In October 2001 a crew from Miramax from the US were in London to interview the original cast and crew of the film – and I was lucky enough to be involved. I had three days in the company of the people that made one of my favourite films – and had a great time.I was first approached at the Chicago Beatlefest to be involved in the DVD by Martin Lewis, the producer of the DVD edition. He wanted help with some of the original film locations and with locating some of the people involved in the film, and with providing archive material from my collection.
Originally, Martin and the film crew were due in London in mid September, but filming had to be postponed due to the tragic events of September 11th.The film crew finally made it to London in early October, and spent a week interviewing the original cast and crew. Many of the interviews took place in Twickenham Film Studios, where most of the interior scenes of the film were shot.
The interviews were divided in two. On Thursday October 11th the crew of the film were interviewed and the next day the cast. On each occasion the participants had a chance to see the film again. And then they all contributed their reminiscences in a “roundtable” setting on audio. Each participant was also interviewed on camera individually by Martin.
I spent much of each day chatting to the participants while the others were being interviewed. At one point Martin discovered that one of the crew members waiting to be interviewed needed to leave soon because of his travel schedule – so Martin asked me to lend a hand and finish off an interview that he’d started with couple of the sound editors. That was something I wasn’t expecting! Martin told me afterwards that he was very pleased with my work.
Disappointing for me personally – Richard Lester, who of course directed the film, was not present with the other members of the crew that re-united at Twickenham Film Studios on the first day. He was unavailable that day – and Martin did a very extensive interview with him on another day. However many other fascinating characters were. These included Gilbert Taylor, who prior to working on A Hard Day’s Night, had been cinematographer on Dr Strangelove, and subsequently went on to be cinematographer on Star Wars and Alfred Hitchcock’s Frenzy. He had loads of stories about these great films he worked on.
Other Beatles-connected people present were Roy Benson, who was an assistant editor on A Hard Day’s Night, who, three years later, spent 3 months editing Magical Mystery Tour. Also present was Denis O’Dell, who was assistant producer on A Hard Day’s Night and later was head of Apple Films. I chatted to Denis in the cavernous studio one at Twickenham Film Studios, where The Beatles also filmed much of Let it Be. Denis told me it was really him who produced the film but towards the end of shooting Neil Aspinall asked if he could be credited as the producer and Denis agreed.
I heard many stories about the making of the film which I won’t give away here – you’ll have to watch the DVD! I did hear one story that I found very amusing. As most of you know John, George and Ringo all had their solo spots in A Hard Day’s Night, without the other Beatles. The idea was to introduce The Beatles to their audience as individuals. You are probably wondering why Paul McCartney didn’t get a solo spot. Well, he did actually film one, but it got cut. The scene was based in a rehearsal studio for actors with Paul and actress Isla Blair. The official reason given for the scene being cut was that it didn’t fit with the rest of the film. However the version I heard was that Isla was wearing a low-cut period costume and Paul was staring down her cleavage! It wasn’t noticed until it was too late to re-shoot so Paul lost his solo scene!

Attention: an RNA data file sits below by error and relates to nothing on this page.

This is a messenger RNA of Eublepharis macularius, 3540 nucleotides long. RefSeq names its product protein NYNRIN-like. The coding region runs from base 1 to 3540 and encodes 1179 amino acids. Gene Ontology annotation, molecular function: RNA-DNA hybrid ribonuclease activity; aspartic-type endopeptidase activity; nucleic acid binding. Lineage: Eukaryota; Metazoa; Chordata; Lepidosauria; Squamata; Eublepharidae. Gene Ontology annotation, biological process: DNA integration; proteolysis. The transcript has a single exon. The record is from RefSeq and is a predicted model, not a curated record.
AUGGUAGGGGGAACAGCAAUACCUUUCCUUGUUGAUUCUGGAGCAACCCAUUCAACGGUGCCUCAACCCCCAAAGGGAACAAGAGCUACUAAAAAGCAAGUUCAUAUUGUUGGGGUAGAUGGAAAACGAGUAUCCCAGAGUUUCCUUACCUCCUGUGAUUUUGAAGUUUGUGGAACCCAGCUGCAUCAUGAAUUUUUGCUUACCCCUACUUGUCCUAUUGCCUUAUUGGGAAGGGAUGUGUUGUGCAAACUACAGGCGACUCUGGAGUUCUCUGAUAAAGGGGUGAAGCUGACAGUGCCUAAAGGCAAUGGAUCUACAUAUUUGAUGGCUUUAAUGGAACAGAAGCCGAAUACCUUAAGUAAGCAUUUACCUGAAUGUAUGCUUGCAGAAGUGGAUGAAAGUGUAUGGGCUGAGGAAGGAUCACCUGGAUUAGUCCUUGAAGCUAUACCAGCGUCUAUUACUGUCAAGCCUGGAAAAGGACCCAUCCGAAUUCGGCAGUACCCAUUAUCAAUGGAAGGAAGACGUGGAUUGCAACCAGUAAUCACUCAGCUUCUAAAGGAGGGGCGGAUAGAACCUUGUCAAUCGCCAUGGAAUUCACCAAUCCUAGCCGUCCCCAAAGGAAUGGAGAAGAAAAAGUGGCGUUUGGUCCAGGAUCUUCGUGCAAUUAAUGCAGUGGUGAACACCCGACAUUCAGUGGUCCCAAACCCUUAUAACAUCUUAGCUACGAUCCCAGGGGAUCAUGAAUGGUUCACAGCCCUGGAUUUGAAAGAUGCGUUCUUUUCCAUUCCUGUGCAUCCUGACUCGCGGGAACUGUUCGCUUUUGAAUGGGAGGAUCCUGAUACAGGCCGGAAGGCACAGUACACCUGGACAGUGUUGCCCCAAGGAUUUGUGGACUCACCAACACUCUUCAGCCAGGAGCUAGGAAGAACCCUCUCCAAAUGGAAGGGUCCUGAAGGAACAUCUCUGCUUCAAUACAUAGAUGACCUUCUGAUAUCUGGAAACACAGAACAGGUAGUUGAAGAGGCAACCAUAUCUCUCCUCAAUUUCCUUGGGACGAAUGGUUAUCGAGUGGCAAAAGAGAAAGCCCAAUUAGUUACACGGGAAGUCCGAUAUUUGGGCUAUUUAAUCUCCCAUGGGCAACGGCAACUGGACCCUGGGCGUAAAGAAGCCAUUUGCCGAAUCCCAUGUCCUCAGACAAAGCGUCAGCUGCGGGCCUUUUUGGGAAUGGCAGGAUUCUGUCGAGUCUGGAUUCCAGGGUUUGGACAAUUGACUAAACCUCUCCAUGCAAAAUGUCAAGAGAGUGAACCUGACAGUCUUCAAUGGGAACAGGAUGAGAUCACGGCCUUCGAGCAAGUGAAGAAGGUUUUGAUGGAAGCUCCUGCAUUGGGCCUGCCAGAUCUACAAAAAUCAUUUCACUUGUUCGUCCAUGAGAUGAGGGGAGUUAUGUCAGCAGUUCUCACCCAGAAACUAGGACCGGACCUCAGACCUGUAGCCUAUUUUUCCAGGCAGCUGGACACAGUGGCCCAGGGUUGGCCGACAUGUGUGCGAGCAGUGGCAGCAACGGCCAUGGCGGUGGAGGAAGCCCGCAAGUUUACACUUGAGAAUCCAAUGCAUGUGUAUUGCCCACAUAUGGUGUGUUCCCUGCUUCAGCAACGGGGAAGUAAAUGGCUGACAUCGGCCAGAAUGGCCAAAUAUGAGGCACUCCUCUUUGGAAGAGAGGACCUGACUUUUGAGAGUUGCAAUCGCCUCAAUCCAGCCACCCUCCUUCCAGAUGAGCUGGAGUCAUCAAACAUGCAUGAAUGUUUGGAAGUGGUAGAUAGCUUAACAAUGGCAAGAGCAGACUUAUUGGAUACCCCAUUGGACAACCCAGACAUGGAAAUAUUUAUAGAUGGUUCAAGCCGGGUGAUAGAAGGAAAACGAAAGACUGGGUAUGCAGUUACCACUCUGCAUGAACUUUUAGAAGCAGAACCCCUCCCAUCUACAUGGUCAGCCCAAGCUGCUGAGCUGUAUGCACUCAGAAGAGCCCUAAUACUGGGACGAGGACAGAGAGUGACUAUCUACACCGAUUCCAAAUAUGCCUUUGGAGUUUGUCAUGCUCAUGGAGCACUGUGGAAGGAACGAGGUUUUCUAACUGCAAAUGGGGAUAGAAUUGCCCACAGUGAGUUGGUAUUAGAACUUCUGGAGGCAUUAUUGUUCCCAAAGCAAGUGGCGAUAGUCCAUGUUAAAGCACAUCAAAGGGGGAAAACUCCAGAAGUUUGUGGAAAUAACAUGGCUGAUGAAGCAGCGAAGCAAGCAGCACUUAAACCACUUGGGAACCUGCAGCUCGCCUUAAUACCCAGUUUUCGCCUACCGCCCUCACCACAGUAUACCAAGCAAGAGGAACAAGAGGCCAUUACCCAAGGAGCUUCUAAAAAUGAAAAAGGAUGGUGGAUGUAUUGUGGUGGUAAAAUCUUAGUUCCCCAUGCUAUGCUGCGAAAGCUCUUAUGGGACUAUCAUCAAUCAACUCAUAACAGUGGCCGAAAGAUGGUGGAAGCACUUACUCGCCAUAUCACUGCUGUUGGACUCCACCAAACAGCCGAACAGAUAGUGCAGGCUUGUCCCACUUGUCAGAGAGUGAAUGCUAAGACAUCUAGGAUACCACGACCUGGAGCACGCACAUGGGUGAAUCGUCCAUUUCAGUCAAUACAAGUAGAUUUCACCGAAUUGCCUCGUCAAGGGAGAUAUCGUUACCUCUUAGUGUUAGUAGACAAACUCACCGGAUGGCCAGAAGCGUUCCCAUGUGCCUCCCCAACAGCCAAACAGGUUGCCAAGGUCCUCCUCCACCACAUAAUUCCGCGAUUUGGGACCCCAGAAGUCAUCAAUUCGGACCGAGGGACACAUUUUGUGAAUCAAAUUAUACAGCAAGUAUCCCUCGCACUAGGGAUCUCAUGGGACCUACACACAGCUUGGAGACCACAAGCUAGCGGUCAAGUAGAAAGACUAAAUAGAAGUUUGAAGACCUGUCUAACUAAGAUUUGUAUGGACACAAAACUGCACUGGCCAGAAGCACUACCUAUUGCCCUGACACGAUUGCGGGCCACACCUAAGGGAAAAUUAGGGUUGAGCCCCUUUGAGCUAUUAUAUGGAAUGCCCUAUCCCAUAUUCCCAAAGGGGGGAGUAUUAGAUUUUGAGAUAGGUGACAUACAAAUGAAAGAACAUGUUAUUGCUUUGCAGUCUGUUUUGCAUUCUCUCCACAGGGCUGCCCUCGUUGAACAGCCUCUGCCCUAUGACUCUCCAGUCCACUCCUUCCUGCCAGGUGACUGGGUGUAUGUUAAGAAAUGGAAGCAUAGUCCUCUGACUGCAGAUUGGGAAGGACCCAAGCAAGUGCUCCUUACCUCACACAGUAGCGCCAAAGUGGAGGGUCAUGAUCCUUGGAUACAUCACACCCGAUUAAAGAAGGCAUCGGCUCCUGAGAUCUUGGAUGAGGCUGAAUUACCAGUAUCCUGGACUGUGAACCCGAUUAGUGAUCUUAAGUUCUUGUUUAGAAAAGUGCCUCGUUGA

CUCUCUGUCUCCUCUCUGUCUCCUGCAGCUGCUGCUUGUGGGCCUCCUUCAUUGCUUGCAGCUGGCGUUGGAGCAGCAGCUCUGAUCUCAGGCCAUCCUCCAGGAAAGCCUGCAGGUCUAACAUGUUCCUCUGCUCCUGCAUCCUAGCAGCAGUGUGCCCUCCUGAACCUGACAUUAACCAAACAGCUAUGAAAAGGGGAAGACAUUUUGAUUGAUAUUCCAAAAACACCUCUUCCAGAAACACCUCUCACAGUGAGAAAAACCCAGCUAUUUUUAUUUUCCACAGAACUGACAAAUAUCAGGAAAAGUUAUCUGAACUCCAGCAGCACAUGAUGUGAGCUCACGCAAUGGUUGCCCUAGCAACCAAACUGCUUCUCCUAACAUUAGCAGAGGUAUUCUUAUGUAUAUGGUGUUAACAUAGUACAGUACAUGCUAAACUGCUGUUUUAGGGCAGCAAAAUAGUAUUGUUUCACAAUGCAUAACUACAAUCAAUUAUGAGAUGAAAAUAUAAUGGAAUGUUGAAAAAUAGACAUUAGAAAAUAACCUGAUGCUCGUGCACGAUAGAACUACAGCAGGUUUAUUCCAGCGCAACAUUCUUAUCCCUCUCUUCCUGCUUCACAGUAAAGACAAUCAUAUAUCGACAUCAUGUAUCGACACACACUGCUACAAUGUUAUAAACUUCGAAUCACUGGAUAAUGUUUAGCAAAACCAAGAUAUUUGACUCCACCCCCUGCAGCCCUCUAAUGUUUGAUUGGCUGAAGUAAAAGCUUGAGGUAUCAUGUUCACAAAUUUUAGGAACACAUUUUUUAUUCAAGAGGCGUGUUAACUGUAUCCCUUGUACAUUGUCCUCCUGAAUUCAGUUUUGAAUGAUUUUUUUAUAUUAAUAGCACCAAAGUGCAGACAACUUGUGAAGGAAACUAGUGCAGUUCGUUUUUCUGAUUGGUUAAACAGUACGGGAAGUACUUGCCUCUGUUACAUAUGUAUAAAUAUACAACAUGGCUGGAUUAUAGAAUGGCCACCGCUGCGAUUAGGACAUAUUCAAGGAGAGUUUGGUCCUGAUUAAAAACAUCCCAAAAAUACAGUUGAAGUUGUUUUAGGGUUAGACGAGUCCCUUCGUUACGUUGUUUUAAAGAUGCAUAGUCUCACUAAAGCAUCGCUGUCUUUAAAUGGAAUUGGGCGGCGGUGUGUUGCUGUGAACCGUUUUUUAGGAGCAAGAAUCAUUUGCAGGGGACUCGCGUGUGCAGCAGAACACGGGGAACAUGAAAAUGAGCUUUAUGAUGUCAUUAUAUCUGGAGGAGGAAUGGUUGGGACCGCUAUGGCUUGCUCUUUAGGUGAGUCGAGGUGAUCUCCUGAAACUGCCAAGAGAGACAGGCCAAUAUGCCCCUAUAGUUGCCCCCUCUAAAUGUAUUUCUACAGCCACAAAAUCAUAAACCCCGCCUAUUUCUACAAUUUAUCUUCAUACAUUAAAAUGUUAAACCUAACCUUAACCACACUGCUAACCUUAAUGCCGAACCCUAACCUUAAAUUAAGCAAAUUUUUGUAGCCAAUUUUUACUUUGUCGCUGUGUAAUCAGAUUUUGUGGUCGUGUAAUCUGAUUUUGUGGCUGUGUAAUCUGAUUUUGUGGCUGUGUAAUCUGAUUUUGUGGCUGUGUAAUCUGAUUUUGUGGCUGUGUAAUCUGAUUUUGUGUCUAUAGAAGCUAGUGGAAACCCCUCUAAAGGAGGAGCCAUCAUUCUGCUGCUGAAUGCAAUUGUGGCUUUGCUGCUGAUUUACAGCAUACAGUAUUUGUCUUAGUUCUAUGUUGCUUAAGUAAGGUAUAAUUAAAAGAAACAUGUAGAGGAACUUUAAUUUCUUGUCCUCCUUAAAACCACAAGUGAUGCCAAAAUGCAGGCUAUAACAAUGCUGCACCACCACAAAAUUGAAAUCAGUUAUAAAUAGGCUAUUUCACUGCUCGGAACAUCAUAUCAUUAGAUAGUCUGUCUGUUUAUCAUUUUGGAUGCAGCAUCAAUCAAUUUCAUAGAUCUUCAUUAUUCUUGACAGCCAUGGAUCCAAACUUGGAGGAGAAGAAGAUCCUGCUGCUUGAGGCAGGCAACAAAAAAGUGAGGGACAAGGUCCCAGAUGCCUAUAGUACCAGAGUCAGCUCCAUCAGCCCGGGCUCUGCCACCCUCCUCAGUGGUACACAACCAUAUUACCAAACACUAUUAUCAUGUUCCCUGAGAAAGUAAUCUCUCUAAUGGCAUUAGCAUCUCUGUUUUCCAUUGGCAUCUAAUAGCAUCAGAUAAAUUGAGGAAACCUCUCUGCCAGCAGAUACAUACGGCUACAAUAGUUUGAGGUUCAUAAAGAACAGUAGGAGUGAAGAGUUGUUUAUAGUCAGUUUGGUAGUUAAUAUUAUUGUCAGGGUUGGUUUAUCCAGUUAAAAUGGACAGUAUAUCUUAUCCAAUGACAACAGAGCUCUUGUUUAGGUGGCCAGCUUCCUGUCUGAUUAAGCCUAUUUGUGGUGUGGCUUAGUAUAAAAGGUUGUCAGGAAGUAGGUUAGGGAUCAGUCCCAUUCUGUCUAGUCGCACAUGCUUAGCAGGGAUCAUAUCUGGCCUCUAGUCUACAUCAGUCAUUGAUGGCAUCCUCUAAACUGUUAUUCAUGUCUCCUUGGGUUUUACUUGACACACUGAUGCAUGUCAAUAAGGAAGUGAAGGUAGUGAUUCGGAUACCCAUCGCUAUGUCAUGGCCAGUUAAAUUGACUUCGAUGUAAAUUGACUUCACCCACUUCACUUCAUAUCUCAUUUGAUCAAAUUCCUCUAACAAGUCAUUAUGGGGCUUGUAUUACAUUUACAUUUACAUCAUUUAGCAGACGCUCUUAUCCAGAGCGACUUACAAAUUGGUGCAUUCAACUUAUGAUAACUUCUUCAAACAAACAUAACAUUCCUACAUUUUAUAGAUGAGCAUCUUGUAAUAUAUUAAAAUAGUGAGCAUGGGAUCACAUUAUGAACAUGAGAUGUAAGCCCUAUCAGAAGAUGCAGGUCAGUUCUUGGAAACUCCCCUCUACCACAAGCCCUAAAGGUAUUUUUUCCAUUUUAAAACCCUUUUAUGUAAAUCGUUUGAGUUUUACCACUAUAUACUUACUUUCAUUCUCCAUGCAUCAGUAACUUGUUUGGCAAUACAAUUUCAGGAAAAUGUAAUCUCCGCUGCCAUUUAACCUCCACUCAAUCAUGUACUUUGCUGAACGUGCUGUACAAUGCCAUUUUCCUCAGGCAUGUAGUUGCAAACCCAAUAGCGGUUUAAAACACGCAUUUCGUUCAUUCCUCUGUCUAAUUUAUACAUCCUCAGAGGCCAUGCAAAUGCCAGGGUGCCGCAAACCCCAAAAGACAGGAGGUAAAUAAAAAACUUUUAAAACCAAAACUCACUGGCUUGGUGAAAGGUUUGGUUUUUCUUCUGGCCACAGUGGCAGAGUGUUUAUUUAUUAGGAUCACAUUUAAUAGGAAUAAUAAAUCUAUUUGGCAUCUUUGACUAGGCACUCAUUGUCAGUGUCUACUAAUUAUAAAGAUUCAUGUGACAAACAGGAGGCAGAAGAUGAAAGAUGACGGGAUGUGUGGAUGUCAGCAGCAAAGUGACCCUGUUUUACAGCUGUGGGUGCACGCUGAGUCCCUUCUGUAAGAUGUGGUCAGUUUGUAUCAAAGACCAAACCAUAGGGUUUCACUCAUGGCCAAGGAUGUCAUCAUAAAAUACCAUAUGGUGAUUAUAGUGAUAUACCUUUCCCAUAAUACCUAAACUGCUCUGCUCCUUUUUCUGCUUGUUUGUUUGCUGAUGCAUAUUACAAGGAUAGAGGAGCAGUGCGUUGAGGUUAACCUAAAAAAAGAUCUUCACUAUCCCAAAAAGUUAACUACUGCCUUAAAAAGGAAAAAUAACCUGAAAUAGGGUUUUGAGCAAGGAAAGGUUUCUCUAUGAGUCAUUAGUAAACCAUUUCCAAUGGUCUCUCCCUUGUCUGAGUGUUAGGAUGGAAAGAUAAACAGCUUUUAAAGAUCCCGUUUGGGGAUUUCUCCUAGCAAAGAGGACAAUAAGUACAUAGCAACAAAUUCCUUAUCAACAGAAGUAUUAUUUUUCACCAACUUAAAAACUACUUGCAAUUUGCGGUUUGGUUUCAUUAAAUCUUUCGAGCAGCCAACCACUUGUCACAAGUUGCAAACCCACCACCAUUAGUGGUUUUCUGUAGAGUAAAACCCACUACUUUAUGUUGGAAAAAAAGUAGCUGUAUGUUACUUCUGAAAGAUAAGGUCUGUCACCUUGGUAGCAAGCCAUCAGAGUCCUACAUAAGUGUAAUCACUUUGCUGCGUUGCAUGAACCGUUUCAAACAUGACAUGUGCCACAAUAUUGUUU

For lunch Martin took the crew to the nearby pub The Turk’s Head. This too was A Hard Day’s Night location. It was the pub which Ringo enters during his walkabout and disrupts all the pub games. The bar looks remarkably similar to this day. Winchester Hall, the function room of the pub, was used by The Beatles for an end of filming party and it was here the crew enjoyed a grand meal and further reminiscences.
One lady I met that day was Betty Glasow, who was The Beatles hairdresser on both A Hard Day’s Night and Help. She had with her a photo album filled with amazing mementos, including a photo of the Fabs in Help signed by all four with funny captions. I couldn’t help noticing that George signed as George ‘Dandruff’ Harrison! She also had a signed first edition of A Spaniard in the Works, signed with a special message from John, together with a lock of his hair. When I told her how much I thought her collection was worth she was amazed.
The next day it was the turn of the actors in the film. Those present included John Junkin, who played Shake, Anna Quayle, who played Millie -the lady who engages in a conversation with John in the corridor, dancer Lionel Blair, Jeremy Lloyd, who is seen dancing with the Fabs in the nightclub scene. He was the one teaching Ringo the Jumping dance! Another great character I met was David Janson. He played the young boy that Ringo bumps into when walking by the river.
As with the crew – everyone was interviewed both separately and in a roundtable setting. And they all had lunch at the Turk’s Head pub.I had a wonderful time meeting all these wonderful characters and hearing their stories of how one of my favourite film was made.
Find out more about the making of A Hard Day’s Night on my Beatles London Film Locations Virtual Tour, Wednesday 10th March at 7pm (UK time)Anna Quale, Beatles, David Jackson, Isla Blair, John Junkin